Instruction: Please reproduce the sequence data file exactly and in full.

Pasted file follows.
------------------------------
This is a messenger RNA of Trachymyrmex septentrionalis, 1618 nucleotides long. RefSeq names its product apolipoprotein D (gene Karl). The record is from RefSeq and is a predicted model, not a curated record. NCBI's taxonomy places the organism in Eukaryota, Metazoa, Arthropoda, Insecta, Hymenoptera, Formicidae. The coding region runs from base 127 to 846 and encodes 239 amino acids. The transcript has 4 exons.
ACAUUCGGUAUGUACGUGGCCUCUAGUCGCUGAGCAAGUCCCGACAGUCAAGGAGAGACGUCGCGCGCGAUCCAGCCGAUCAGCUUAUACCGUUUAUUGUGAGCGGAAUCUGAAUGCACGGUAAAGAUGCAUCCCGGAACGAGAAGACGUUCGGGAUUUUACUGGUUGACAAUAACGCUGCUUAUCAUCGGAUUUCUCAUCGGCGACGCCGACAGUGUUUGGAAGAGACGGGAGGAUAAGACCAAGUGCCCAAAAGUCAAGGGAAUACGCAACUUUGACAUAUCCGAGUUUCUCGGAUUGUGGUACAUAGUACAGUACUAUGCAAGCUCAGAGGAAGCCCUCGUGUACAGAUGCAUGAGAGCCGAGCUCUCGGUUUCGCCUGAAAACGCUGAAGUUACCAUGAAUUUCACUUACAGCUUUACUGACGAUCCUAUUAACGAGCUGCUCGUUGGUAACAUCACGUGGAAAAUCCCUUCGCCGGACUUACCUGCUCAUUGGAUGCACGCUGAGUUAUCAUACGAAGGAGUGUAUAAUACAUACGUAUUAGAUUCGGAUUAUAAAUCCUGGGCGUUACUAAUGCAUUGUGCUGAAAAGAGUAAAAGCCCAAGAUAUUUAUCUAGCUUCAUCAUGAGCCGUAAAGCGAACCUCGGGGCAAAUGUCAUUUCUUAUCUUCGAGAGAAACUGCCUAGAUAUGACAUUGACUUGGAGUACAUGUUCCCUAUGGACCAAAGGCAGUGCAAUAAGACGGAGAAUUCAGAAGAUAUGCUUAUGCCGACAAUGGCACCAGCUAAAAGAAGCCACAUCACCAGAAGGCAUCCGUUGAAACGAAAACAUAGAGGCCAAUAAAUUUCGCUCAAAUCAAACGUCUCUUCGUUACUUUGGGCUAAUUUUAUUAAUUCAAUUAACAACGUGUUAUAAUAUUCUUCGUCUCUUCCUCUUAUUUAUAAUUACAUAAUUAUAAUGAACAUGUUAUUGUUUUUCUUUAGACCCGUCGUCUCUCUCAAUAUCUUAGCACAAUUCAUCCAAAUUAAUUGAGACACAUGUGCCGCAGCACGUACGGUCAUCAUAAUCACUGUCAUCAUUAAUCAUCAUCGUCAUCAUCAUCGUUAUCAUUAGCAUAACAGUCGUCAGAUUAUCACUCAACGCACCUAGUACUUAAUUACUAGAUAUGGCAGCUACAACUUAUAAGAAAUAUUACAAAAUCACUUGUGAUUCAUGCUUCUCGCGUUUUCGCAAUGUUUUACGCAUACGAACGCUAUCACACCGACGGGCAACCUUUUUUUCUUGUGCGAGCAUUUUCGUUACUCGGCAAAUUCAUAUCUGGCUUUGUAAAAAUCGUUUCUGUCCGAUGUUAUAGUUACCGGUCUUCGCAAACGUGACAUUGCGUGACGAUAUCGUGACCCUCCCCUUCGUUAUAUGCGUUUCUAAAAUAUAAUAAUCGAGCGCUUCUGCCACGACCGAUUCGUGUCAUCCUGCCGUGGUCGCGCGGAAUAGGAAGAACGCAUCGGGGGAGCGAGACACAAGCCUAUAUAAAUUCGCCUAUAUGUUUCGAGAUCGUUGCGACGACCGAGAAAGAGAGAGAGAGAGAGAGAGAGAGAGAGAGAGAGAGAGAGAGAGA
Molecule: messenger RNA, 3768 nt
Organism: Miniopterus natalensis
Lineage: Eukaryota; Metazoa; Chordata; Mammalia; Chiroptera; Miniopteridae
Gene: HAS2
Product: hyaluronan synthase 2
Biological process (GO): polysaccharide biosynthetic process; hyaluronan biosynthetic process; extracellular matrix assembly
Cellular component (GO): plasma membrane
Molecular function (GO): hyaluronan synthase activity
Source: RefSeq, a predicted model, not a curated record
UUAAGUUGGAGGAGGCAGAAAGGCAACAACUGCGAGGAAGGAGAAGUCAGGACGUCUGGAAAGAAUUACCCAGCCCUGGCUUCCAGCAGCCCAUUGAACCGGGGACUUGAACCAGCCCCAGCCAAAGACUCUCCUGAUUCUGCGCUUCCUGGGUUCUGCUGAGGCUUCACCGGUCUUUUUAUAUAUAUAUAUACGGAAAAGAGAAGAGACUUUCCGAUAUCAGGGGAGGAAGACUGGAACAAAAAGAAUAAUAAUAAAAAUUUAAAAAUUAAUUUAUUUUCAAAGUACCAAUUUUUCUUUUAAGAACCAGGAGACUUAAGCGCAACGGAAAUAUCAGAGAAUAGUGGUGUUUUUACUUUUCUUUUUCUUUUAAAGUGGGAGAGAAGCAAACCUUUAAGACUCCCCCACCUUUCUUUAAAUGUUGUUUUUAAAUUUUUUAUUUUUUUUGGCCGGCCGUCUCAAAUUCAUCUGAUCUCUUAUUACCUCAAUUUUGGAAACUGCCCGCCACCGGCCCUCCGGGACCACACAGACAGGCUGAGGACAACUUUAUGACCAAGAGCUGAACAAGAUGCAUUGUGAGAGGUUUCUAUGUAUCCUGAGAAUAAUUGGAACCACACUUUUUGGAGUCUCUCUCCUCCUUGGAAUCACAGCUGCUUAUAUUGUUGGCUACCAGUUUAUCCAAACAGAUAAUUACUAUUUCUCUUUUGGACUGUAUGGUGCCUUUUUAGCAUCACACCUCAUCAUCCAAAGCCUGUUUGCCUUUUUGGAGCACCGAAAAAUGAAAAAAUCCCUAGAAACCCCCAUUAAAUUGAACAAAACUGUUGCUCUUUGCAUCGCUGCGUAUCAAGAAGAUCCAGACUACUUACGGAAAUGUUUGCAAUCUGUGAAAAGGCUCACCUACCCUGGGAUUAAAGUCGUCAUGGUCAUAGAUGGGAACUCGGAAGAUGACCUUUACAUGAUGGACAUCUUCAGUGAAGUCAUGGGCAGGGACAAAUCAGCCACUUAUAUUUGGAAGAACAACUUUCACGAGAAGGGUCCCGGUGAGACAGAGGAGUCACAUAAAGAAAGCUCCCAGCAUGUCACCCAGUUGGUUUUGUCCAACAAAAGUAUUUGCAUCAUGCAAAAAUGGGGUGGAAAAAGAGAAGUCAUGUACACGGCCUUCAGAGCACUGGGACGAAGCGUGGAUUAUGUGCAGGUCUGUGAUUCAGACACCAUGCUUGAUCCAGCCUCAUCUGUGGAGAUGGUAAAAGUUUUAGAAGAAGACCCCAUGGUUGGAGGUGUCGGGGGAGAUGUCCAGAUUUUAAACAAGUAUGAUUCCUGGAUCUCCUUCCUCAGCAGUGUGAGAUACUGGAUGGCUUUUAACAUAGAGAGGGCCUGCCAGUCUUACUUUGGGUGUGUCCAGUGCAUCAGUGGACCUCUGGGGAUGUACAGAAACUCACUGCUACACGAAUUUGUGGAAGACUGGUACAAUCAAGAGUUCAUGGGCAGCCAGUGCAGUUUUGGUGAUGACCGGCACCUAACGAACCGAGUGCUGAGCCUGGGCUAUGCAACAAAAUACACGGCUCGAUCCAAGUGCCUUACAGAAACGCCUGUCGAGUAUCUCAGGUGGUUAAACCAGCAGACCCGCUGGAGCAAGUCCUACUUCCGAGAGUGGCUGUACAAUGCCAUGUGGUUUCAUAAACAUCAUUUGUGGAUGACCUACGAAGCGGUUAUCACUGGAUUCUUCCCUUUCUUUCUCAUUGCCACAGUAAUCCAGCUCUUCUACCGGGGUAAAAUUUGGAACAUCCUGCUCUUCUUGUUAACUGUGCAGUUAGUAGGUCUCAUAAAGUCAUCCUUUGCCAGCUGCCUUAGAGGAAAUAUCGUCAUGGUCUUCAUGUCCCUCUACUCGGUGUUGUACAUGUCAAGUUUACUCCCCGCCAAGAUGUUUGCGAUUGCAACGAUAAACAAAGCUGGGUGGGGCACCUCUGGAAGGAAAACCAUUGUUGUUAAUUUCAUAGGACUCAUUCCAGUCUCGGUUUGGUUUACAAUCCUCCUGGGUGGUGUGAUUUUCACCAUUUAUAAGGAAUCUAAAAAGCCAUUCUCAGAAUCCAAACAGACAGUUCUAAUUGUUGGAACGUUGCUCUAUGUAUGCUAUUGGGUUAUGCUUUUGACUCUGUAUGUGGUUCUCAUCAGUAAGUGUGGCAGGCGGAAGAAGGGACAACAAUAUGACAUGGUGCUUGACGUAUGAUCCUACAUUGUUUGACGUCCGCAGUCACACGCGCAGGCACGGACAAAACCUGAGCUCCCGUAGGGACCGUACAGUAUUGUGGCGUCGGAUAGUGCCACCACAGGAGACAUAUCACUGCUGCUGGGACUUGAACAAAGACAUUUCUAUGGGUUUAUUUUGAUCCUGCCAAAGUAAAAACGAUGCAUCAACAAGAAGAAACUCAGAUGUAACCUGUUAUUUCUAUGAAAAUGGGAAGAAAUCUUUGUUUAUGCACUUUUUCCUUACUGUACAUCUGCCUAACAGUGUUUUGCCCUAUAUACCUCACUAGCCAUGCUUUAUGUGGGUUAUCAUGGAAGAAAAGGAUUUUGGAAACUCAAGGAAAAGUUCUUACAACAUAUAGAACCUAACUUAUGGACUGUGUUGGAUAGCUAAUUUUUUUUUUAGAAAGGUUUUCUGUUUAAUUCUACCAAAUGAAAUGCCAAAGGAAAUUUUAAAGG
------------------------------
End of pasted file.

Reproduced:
This is a messenger RNA of Trachymyrmex septentrionalis, 1618 nucleotides long. RefSeq names its product apolipoprotein D (gene Karl). The record is from RefSeq and is a predicted model, not a curated record. NCBI's taxonomy places the organism in Eukaryota, Metazoa, Arthropoda, Insecta, Hymenoptera, Formicidae. The coding region runs from base 127 to 846 and encodes 239 amino acids. The transcript has 4 exons.
ACAUUCGGUAUGUACGUGGCCUCUAGUCGCUGAGCAAGUCCCGACAGUCAAGGAGAGACGUCGCGCGCGAUCCAGCCGAUCAGCUUAUACCGUUUAUUGUGAGCGGAAUCUGAAUGCACGGUAAAGAUGCAUCCCGGAACGAGAAGACGUUCGGGAUUUUACUGGUUGACAAUAACGCUGCUUAUCAUCGGAUUUCUCAUCGGCGACGCCGACAGUGUUUGGAAGAGACGGGAGGAUAAGACCAAGUGCCCAAAAGUCAAGGGAAUACGCAACUUUGACAUAUCCGAGUUUCUCGGAUUGUGGUACAUAGUACAGUACUAUGCAAGCUCAGAGGAAGCCCUCGUGUACAGAUGCAUGAGAGCCGAGCUCUCGGUUUCGCCUGAAAACGCUGAAGUUACCAUGAAUUUCACUUACAGCUUUACUGACGAUCCUAUUAACGAGCUGCUCGUUGGUAACAUCACGUGGAAAAUCCCUUCGCCGGACUUACCUGCUCAUUGGAUGCACGCUGAGUUAUCAUACGAAGGAGUGUAUAAUACAUACGUAUUAGAUUCGGAUUAUAAAUCCUGGGCGUUACUAAUGCAUUGUGCUGAAAAGAGUAAAAGCCCAAGAUAUUUAUCUAGCUUCAUCAUGAGCCGUAAAGCGAACCUCGGGGCAAAUGUCAUUUCUUAUCUUCGAGAGAAACUGCCUAGAUAUGACAUUGACUUGGAGUACAUGUUCCCUAUGGACCAAAGGCAGUGCAAUAAGACGGAGAAUUCAGAAGAUAUGCUUAUGCCGACAAUGGCACCAGCUAAAAGAAGCCACAUCACCAGAAGGCAUCCGUUGAAACGAAAACAUAGAGGCCAAUAAAUUUCGCUCAAAUCAAACGUCUCUUCGUUACUUUGGGCUAAUUUUAUUAAUUCAAUUAACAACGUGUUAUAAUAUUCUUCGUCUCUUCCUCUUAUUUAUAAUUACAUAAUUAUAAUGAACAUGUUAUUGUUUUUCUUUAGACCCGUCGUCUCUCUCAAUAUCUUAGCACAAUUCAUCCAAAUUAAUUGAGACACAUGUGCCGCAGCACGUACGGUCAUCAUAAUCACUGUCAUCAUUAAUCAUCAUCGUCAUCAUCAUCGUUAUCAUUAGCAUAACAGUCGUCAGAUUAUCACUCAACGCACCUAGUACUUAAUUACUAGAUAUGGCAGCUACAACUUAUAAGAAAUAUUACAAAAUCACUUGUGAUUCAUGCUUCUCGCGUUUUCGCAAUGUUUUACGCAUACGAACGCUAUCACACCGACGGGCAACCUUUUUUUCUUGUGCGAGCAUUUUCGUUACUCGGCAAAUUCAUAUCUGGCUUUGUAAAAAUCGUUUCUGUCCGAUGUUAUAGUUACCGGUCUUCGCAAACGUGACAUUGCGUGACGAUAUCGUGACCCUCCCCUUCGUUAUAUGCGUUUCUAAAAUAUAAUAAUCGAGCGCUUCUGCCACGACCGAUUCGUGUCAUCCUGCCGUGGUCGCGCGGAAUAGGAAGAACGCAUCGGGGGAGCGAGACACAAGCCUAUAUAAAUUCGCCUAUAUGUUUCGAGAUCGUUGCGACGACCGAGAAAGAGAGAGAGAGAGAGAGAGAGAGAGAGAGAGAGAGAGAGAGAGA
Molecule: messenger RNA, 3768 nt
Organism: Miniopterus natalensis
Lineage: Eukaryota; Metazoa; Chordata; Mammalia; Chiroptera; Miniopteridae
Gene: HAS2
Product: hyaluronan synthase 2
Biological process (GO): polysaccharide biosynthetic process; hyaluronan biosynthetic process; extracellular matrix assembly
Cellular component (GO): plasma membrane
Molecular function (GO): hyaluronan synthase activity
Source: RefSeq, a predicted model, not a curated record
UUAAGUUGGAGGAGGCAGAAAGGCAACAACUGCGAGGAAGGAGAAGUCAGGACGUCUGGAAAGAAUUACCCAGCCCUGGCUUCCAGCAGCCCAUUGAACCGGGGACUUGAACCAGCCCCAGCCAAAGACUCUCCUGAUUCUGCGCUUCCUGGGUUCUGCUGAGGCUUCACCGGUCUUUUUAUAUAUAUAUAUACGGAAAAGAGAAGAGACUUUCCGAUAUCAGGGGAGGAAGACUGGAACAAAAAGAAUAAUAAUAAAAAUUUAAAAAUUAAUUUAUUUUCAAAGUACCAAUUUUUCUUUUAAGAACCAGGAGACUUAAGCGCAACGGAAAUAUCAGAGAAUAGUGGUGUUUUUACUUUUCUUUUUCUUUUAAAGUGGGAGAGAAGCAAACCUUUAAGACUCCCCCACCUUUCUUUAAAUGUUGUUUUUAAAUUUUUUAUUUUUUUUGGCCGGCCGUCUCAAAUUCAUCUGAUCUCUUAUUACCUCAAUUUUGGAAACUGCCCGCCACCGGCCCUCCGGGACCACACAGACAGGCUGAGGACAACUUUAUGACCAAGAGCUGAACAAGAUGCAUUGUGAGAGGUUUCUAUGUAUCCUGAGAAUAAUUGGAACCACACUUUUUGGAGUCUCUCUCCUCCUUGGAAUCACAGCUGCUUAUAUUGUUGGCUACCAGUUUAUCCAAACAGAUAAUUACUAUUUCUCUUUUGGACUGUAUGGUGCCUUUUUAGCAUCACACCUCAUCAUCCAAAGCCUGUUUGCCUUUUUGGAGCACCGAAAAAUGAAAAAAUCCCUAGAAACCCCCAUUAAAUUGAACAAAACUGUUGCUCUUUGCAUCGCUGCGUAUCAAGAAGAUCCAGACUACUUACGGAAAUGUUUGCAAUCUGUGAAAAGGCUCACCUACCCUGGGAUUAAAGUCGUCAUGGUCAUAGAUGGGAACUCGGAAGAUGACCUUUACAUGAUGGACAUCUUCAGUGAAGUCAUGGGCAGGGACAAAUCAGCCACUUAUAUUUGGAAGAACAACUUUCACGAGAAGGGUCCCGGUGAGACAGAGGAGUCACAUAAAGAAAGCUCCCAGCAUGUCACCCAGUUGGUUUUGUCCAACAAAAGUAUUUGCAUCAUGCAAAAAUGGGGUGGAAAAAGAGAAGUCAUGUACACGGCCUUCAGAGCACUGGGACGAAGCGUGGAUUAUGUGCAGGUCUGUGAUUCAGACACCAUGCUUGAUCCAGCCUCAUCUGUGGAGAUGGUAAAAGUUUUAGAAGAAGACCCCAUGGUUGGAGGUGUCGGGGGAGAUGUCCAGAUUUUAAACAAGUAUGAUUCCUGGAUCUCCUUCCUCAGCAGUGUGAGAUACUGGAUGGCUUUUAACAUAGAGAGGGCCUGCCAGUCUUACUUUGGGUGUGUCCAGUGCAUCAGUGGACCUCUGGGGAUGUACAGAAACUCACUGCUACACGAAUUUGUGGAAGACUGGUACAAUCAAGAGUUCAUGGGCAGCCAGUGCAGUUUUGGUGAUGACCGGCACCUAACGAACCGAGUGCUGAGCCUGGGCUAUGCAACAAAAUACACGGCUCGAUCCAAGUGCCUUACAGAAACGCCUGUCGAGUAUCUCAGGUGGUUAAACCAGCAGACCCGCUGGAGCAAGUCCUACUUCCGAGAGUGGCUGUACAAUGCCAUGUGGUUUCAUAAACAUCAUUUGUGGAUGACCUACGAAGCGGUUAUCACUGGAUUCUUCCCUUUCUUUCUCAUUGCCACAGUAAUCCAGCUCUUCUACCGGGGUAAAAUUUGGAACAUCCUGCUCUUCUUGUUAACUGUGCAGUUAGUAGGUCUCAUAAAGUCAUCCUUUGCCAGCUGCCUUAGAGGAAAUAUCGUCAUGGUCUUCAUGUCCCUCUACUCGGUGUUGUACAUGUCAAGUUUACUCCCCGCCAAGAUGUUUGCGAUUGCAACGAUAAACAAAGCUGGGUGGGGCACCUCUGGAAGGAAAACCAUUGUUGUUAAUUUCAUAGGACUCAUUCCAGUCUCGGUUUGGUUUACAAUCCUCCUGGGUGGUGUGAUUUUCACCAUUUAUAAGGAAUCUAAAAAGCCAUUCUCAGAAUCCAAACAGACAGUUCUAAUUGUUGGAACGUUGCUCUAUGUAUGCUAUUGGGUUAUGCUUUUGACUCUGUAUGUGGUUCUCAUCAGUAAGUGUGGCAGGCGGAAGAAGGGACAACAAUAUGACAUGGUGCUUGACGUAUGAUCCUACAUUGUUUGACGUCCGCAGUCACACGCGCAGGCACGGACAAAACCUGAGCUCCCGUAGGGACCGUACAGUAUUGUGGCGUCGGAUAGUGCCACCACAGGAGACAUAUCACUGCUGCUGGGACUUGAACAAAGACAUUUCUAUGGGUUUAUUUUGAUCCUGCCAAAGUAAAAACGAUGCAUCAACAAGAAGAAACUCAGAUGUAACCUGUUAUUUCUAUGAAAAUGGGAAGAAAUCUUUGUUUAUGCACUUUUUCCUUACUGUACAUCUGCCUAACAGUGUUUUGCCCUAUAUACCUCACUAGCCAUGCUUUAUGUGGGUUAUCAUGGAAGAAAAGGAUUUUGGAAACUCAAGGAAAAGUUCUUACAACAUAUAGAACCUAACUUAUGGACUGUGUUGGAUAGCUAAUUUUUUUUUUAGAAAGGUUUUCUGUUUAAUUCUACCAAAUGAAAUGCCAAAGGAAAUUUUAAAGG